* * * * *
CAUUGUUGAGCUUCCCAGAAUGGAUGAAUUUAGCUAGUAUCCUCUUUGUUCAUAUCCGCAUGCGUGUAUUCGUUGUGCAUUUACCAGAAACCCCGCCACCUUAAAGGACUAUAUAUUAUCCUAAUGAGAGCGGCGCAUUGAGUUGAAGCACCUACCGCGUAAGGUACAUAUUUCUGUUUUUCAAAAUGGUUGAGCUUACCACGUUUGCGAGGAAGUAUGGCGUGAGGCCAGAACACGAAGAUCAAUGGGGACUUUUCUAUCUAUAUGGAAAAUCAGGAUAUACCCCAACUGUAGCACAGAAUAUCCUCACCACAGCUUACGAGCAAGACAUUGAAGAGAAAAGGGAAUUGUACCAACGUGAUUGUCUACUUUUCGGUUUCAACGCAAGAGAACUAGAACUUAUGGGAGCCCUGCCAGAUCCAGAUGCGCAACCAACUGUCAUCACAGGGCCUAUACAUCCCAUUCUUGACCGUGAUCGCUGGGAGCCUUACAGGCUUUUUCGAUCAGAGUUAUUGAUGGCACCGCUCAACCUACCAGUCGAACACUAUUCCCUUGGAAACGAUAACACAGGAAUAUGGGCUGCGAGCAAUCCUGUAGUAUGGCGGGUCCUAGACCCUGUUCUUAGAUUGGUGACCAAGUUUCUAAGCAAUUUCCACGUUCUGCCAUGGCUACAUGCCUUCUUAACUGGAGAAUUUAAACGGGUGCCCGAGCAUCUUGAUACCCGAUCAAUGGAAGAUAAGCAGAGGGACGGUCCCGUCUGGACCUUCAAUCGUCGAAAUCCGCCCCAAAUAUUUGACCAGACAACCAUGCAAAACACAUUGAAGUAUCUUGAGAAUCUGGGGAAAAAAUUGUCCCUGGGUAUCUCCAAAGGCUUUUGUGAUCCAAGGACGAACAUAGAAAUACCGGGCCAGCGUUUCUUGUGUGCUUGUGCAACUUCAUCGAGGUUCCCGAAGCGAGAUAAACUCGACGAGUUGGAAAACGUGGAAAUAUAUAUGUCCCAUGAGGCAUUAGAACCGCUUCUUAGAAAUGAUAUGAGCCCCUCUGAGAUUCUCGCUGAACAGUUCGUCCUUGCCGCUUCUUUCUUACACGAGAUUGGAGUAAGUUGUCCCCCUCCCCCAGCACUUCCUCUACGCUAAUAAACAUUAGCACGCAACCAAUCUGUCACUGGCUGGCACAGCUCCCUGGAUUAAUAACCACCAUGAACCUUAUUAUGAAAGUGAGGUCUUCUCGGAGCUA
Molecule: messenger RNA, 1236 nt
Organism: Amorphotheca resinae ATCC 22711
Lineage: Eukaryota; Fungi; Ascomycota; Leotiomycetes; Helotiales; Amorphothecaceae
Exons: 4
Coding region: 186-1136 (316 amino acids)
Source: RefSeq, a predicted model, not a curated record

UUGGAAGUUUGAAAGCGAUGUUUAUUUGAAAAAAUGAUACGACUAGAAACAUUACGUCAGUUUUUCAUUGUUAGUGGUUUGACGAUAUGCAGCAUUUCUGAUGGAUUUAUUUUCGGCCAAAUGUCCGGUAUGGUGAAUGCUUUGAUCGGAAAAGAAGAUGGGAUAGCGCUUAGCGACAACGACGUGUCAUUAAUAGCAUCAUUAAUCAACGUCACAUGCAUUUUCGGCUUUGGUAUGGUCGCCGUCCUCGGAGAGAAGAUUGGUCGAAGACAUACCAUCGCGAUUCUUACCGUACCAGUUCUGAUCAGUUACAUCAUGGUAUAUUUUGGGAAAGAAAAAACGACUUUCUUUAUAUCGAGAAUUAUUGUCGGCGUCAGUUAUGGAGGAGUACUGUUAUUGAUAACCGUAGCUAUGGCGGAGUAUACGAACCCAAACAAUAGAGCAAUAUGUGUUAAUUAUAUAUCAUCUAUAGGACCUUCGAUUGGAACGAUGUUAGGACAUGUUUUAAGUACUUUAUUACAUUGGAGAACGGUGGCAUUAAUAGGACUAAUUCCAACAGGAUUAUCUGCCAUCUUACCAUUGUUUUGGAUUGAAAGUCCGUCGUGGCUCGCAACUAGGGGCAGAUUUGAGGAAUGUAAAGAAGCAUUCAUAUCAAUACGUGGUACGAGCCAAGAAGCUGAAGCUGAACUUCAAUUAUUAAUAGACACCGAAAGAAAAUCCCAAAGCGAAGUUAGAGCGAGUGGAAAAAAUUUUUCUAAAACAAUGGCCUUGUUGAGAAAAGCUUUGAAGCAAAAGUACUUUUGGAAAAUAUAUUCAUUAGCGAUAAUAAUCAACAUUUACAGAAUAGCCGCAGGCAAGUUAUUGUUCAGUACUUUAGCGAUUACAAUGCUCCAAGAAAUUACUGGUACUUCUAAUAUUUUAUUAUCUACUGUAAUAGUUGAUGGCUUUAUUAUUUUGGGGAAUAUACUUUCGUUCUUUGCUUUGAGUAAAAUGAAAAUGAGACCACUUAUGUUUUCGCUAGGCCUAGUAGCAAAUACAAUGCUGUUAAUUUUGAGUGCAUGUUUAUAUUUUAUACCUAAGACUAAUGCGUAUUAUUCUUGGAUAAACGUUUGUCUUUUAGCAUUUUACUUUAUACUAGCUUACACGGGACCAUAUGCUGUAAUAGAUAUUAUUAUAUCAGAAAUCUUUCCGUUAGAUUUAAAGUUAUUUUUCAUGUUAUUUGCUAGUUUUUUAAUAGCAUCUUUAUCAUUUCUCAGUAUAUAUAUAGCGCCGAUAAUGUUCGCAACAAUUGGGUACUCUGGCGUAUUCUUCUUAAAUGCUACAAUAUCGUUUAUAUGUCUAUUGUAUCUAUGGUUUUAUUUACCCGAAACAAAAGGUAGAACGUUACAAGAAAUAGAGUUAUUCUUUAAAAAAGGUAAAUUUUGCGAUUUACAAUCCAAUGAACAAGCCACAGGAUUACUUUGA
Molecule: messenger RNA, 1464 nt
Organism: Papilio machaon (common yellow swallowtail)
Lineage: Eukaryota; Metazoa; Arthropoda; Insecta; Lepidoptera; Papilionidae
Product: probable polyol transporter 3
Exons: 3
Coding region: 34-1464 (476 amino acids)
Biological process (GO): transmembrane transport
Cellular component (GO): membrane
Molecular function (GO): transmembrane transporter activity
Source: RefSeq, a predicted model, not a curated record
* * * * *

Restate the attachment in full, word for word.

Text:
CAUUGUUGAGCUUCCCAGAAUGGAUGAAUUUAGCUAGUAUCCUCUUUGUUCAUAUCCGCAUGCGUGUAUUCGUUGUGCAUUUACCAGAAACCCCGCCACCUUAAAGGACUAUAUAUUAUCCUAAUGAGAGCGGCGCAUUGAGUUGAAGCACCUACCGCGUAAGGUACAUAUUUCUGUUUUUCAAAAUGGUUGAGCUUACCACGUUUGCGAGGAAGUAUGGCGUGAGGCCAGAACACGAAGAUCAAUGGGGACUUUUCUAUCUAUAUGGAAAAUCAGGAUAUACCCCAACUGUAGCACAGAAUAUCCUCACCACAGCUUACGAGCAAGACAUUGAAGAGAAAAGGGAAUUGUACCAACGUGAUUGUCUACUUUUCGGUUUCAACGCAAGAGAACUAGAACUUAUGGGAGCCCUGCCAGAUCCAGAUGCGCAACCAACUGUCAUCACAGGGCCUAUACAUCCCAUUCUUGACCGUGAUCGCUGGGAGCCUUACAGGCUUUUUCGAUCAGAGUUAUUGAUGGCACCGCUCAACCUACCAGUCGAACACUAUUCCCUUGGAAACGAUAACACAGGAAUAUGGGCUGCGAGCAAUCCUGUAGUAUGGCGGGUCCUAGACCCUGUUCUUAGAUUGGUGACCAAGUUUCUAAGCAAUUUCCACGUUCUGCCAUGGCUACAUGCCUUCUUAACUGGAGAAUUUAAACGGGUGCCCGAGCAUCUUGAUACCCGAUCAAUGGAAGAUAAGCAGAGGGACGGUCCCGUCUGGACCUUCAAUCGUCGAAAUCCGCCCCAAAUAUUUGACCAGACAACCAUGCAAAACACAUUGAAGUAUCUUGAGAAUCUGGGGAAAAAAUUGUCCCUGGGUAUCUCCAAAGGCUUUUGUGAUCCAAGGACGAACAUAGAAAUACCGGGCCAGCGUUUCUUGUGUGCUUGUGCAACUUCAUCGAGGUUCCCGAAGCGAGAUAAACUCGACGAGUUGGAAAACGUGGAAAUAUAUAUGUCCCAUGAGGCAUUAGAACCGCUUCUUAGAAAUGAUAUGAGCCCCUCUGAGAUUCUCGCUGAACAGUUCGUCCUUGCCGCUUCUUUCUUACACGAGAUUGGAGUAAGUUGUCCCCCUCCCCCAGCACUUCCUCUACGCUAAUAAACAUUAGCACGCAACCAAUCUGUCACUGGCUGGCACAGCUCCCUGGAUUAAUAACCACCAUGAACCUUAUUAUGAAAGUGAGGUCUUCUCGGAGCUA
Molecule: messenger RNA, 1236 nt
Organism: Amorphotheca resinae ATCC 22711
Lineage: Eukaryota; Fungi; Ascomycota; Leotiomycetes; Helotiales; Amorphothecaceae
Exons: 4
Coding region: 186-1136 (316 amino acids)
Source: RefSeq, a predicted model, not a curated record

UUGGAAGUUUGAAAGCGAUGUUUAUUUGAAAAAAUGAUACGACUAGAAACAUUACGUCAGUUUUUCAUUGUUAGUGGUUUGACGAUAUGCAGCAUUUCUGAUGGAUUUAUUUUCGGCCAAAUGUCCGGUAUGGUGAAUGCUUUGAUCGGAAAAGAAGAUGGGAUAGCGCUUAGCGACAACGACGUGUCAUUAAUAGCAUCAUUAAUCAACGUCACAUGCAUUUUCGGCUUUGGUAUGGUCGCCGUCCUCGGAGAGAAGAUUGGUCGAAGACAUACCAUCGCGAUUCUUACCGUACCAGUUCUGAUCAGUUACAUCAUGGUAUAUUUUGGGAAAGAAAAAACGACUUUCUUUAUAUCGAGAAUUAUUGUCGGCGUCAGUUAUGGAGGAGUACUGUUAUUGAUAACCGUAGCUAUGGCGGAGUAUACGAACCCAAACAAUAGAGCAAUAUGUGUUAAUUAUAUAUCAUCUAUAGGACCUUCGAUUGGAACGAUGUUAGGACAUGUUUUAAGUACUUUAUUACAUUGGAGAACGGUGGCAUUAAUAGGACUAAUUCCAACAGGAUUAUCUGCCAUCUUACCAUUGUUUUGGAUUGAAAGUCCGUCGUGGCUCGCAACUAGGGGCAGAUUUGAGGAAUGUAAAGAAGCAUUCAUAUCAAUACGUGGUACGAGCCAAGAAGCUGAAGCUGAACUUCAAUUAUUAAUAGACACCGAAAGAAAAUCCCAAAGCGAAGUUAGAGCGAGUGGAAAAAAUUUUUCUAAAACAAUGGCCUUGUUGAGAAAAGCUUUGAAGCAAAAGUACUUUUGGAAAAUAUAUUCAUUAGCGAUAAUAAUCAACAUUUACAGAAUAGCCGCAGGCAAGUUAUUGUUCAGUACUUUAGCGAUUACAAUGCUCCAAGAAAUUACUGGUACUUCUAAUAUUUUAUUAUCUACUGUAAUAGUUGAUGGCUUUAUUAUUUUGGGGAAUAUACUUUCGUUCUUUGCUUUGAGUAAAAUGAAAAUGAGACCACUUAUGUUUUCGCUAGGCCUAGUAGCAAAUACAAUGCUGUUAAUUUUGAGUGCAUGUUUAUAUUUUAUACCUAAGACUAAUGCGUAUUAUUCUUGGAUAAACGUUUGUCUUUUAGCAUUUUACUUUAUACUAGCUUACACGGGACCAUAUGCUGUAAUAGAUAUUAUUAUAUCAGAAAUCUUUCCGUUAGAUUUAAAGUUAUUUUUCAUGUUAUUUGCUAGUUUUUUAAUAGCAUCUUUAUCAUUUCUCAGUAUAUAUAUAGCGCCGAUAAUGUUCGCAACAAUUGGGUACUCUGGCGUAUUCUUCUUAAAUGCUACAAUAUCGUUUAUAUGUCUAUUGUAUCUAUGGUUUUAUUUACCCGAAACAAAAGGUAGAACGUUACAAGAAAUAGAGUUAUUCUUUAAAAAAGGUAAAUUUUGCGAUUUACAAUCCAAUGAACAAGCCACAGGAUUACUUUGA
Molecule: messenger RNA, 1464 nt
Organism: Papilio machaon (common yellow swallowtail)
Lineage: Eukaryota; Metazoa; Arthropoda; Insecta; Lepidoptera; Papilionidae
Product: probable polyol transporter 3
Exons: 3
Coding region: 34-1464 (476 amino acids)
Biological process (GO): transmembrane transport
Cellular component (GO): membrane
Molecular function (GO): transmembrane transporter activity
Source: RefSeq, a predicted model, not a curated record